National Johne's disease program
Johne's disease is a serious bacterial wasting disease in cattle, sheep, goats, alpaca, llama, camels and deer. There is no known treatment.
It is not known to exist in the Northern Territory (NT) and has only been detected when infected animals have been brought in from interstate.
If you are a cattle producer you will need to make a biosecurity plan to help stop the disease spreading to the NT.
You will also need to follow the rules for moving livestock. Some of these changed on 1 July 2017.
Property biosecurity plan
A property biosecurity plan can help reduce the risk of disease entering or spreading from your property.
Find out more about making a farm biosecurity plan at the Animal Health Australia website. You can also get a biosecurity action list.
You do not need to lodge the plan with anyone. You should keep your plan and any related documents on hand for future reference.
If you don't make a plan
If you don't make a biosecurity plan you might not be able to trade with some properties or markets.
You won't be able to sell or move cattle into Western Australia (WA).
This is because your property will be scored at a higher risk of disease under the Johne's Beef Assurance Score (J-BAS) system.
The J-BAS is a number from 0 to 8 which represents the risk of Johne's disease on a property.
A high score means a low risk of Johne's disease.
Your NT property will go from J-BAS 7 to J-BAS 6 if you don't have a biosecurity plan.
If you want to sell or move cattle into WA you will need at least a J-BAS 7.
Live export markets require a property to be free from Johne's disease for up to five years. This is consistent with J-BAS 6.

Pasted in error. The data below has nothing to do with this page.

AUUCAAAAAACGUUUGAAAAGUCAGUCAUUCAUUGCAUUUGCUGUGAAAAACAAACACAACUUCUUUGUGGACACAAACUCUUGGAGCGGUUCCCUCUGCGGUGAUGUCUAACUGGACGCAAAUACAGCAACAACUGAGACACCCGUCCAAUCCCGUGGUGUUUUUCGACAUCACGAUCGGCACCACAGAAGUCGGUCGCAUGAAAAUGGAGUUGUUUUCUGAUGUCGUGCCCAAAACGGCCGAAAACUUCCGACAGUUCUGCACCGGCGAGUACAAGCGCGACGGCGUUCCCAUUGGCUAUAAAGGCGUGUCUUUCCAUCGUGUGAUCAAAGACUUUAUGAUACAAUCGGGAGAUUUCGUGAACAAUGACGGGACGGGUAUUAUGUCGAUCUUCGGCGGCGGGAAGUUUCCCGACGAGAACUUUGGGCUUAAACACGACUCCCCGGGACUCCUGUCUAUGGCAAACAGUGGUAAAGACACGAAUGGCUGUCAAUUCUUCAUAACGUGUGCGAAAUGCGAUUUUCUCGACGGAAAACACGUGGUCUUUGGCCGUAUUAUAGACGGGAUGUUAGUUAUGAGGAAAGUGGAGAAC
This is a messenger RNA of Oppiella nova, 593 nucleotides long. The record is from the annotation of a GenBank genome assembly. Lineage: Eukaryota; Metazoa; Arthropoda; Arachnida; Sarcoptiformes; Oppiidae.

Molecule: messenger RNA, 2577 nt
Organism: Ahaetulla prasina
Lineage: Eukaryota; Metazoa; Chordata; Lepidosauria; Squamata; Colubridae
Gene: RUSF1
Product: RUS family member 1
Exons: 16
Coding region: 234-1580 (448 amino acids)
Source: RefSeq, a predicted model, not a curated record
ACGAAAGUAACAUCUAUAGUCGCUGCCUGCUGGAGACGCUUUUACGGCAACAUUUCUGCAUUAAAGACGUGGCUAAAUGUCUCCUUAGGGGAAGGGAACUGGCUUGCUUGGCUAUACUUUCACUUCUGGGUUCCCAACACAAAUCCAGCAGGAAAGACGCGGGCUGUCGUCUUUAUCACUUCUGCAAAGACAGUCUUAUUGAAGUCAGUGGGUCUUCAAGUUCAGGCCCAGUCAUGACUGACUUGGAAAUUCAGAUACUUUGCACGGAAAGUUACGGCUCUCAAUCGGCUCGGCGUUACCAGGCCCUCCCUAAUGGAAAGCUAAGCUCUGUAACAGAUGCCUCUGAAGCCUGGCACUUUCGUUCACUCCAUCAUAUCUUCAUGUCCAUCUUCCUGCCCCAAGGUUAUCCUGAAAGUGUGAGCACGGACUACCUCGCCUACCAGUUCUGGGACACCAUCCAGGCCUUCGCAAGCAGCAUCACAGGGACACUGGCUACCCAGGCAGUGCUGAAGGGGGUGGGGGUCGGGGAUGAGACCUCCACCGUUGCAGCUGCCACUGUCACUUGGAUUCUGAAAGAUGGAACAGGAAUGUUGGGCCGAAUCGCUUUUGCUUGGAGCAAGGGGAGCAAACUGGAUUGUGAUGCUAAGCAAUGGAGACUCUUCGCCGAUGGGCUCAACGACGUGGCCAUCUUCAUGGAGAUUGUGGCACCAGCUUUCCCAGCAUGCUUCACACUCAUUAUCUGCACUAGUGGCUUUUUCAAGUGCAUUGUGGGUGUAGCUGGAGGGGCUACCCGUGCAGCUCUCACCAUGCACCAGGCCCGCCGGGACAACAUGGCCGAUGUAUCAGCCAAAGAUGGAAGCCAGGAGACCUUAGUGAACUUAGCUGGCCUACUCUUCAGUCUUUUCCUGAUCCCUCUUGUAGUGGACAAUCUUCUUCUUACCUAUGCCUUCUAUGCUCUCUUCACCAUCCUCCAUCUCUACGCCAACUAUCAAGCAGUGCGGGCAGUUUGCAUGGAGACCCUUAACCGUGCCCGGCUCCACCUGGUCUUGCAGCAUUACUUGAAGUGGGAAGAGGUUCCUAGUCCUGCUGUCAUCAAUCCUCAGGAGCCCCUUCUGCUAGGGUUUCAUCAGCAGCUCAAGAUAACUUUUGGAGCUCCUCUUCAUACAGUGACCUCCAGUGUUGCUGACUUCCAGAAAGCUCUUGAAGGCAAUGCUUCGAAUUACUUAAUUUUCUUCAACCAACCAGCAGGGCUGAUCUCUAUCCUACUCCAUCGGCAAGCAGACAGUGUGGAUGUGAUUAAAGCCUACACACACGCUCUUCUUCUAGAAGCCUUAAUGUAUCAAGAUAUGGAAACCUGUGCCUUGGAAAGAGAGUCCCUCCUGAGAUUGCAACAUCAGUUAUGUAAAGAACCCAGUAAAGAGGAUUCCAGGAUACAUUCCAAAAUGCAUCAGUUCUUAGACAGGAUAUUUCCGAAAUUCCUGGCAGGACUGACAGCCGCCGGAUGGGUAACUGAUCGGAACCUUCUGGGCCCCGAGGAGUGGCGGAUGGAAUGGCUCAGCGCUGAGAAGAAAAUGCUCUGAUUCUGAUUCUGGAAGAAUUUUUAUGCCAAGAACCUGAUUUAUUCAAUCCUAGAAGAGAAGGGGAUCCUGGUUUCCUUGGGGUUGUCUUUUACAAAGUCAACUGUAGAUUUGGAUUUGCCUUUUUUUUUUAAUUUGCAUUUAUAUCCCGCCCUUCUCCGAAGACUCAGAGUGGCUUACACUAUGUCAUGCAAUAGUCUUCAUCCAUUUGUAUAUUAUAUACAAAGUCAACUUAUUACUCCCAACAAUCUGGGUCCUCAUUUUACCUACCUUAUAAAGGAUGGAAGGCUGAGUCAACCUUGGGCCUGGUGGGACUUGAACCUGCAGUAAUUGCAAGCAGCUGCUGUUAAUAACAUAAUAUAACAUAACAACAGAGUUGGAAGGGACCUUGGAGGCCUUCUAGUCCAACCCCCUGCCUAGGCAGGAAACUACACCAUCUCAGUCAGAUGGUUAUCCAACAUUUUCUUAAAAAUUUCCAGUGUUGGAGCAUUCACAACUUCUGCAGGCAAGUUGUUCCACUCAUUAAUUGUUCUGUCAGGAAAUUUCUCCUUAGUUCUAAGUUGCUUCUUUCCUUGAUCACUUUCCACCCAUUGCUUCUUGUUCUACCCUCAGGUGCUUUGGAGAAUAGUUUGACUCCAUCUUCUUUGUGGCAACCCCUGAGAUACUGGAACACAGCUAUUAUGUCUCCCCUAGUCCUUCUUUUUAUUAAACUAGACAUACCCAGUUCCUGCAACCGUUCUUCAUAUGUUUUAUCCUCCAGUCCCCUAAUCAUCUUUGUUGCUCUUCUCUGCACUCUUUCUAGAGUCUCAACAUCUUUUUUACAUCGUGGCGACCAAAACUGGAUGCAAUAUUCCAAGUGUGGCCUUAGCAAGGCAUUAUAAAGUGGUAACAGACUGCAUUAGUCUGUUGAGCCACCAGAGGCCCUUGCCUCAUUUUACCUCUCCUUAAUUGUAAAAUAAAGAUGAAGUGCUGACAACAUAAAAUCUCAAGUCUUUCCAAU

You should check your markets and find out if your buyers require a J-BAS.
Get a J-BAS
Find out how to get a J-BAS using the J-BAS flowchart for NT producers .
How to return to J-BAS 7
If you want to return to J-BAS 7 you will need to get a vet to help plan and put in place a biosecurity plan by 1 July 2018.
The vet must test 50 adult cattle for Johne's disease in your herd by this date.
Rules for moving livestock
Read what you need to do when moving and exporting livestock.
For information about moving cattle, buffalo, sheep, goats, deer or camelids get the Johne's disease: livestock movement requirements fact sheet.
Bring cattle into the NT
Cattle and buffalo entering the NT must be:
- free from Johne's disease with a NT health certificate and waybill
- certified as having a herd score of J-BAS 6 or higher for beef cattle and buffalo or a dairy score of 7 or higher for dairy cattle and dairy buffalo
- accompanied by a National Cattle Health Declaration
- identified with a three-hole punch if vaccinated with Silirum vaccine.
Test for Johne's disease
If you need to test for Johne's disease as part of J-BAS you should ask your veterinarian for testing options.
If your cattle test positive for Johne's disease
If your cattle test positive for Johne's disease you must report it to the chief veterinary officer. If initial results are positive more testing will need to be done.
For more information and resources to help reduce the risk of Johne's disease go to the Animal Health Australia website.
Last updated: 13 October 2017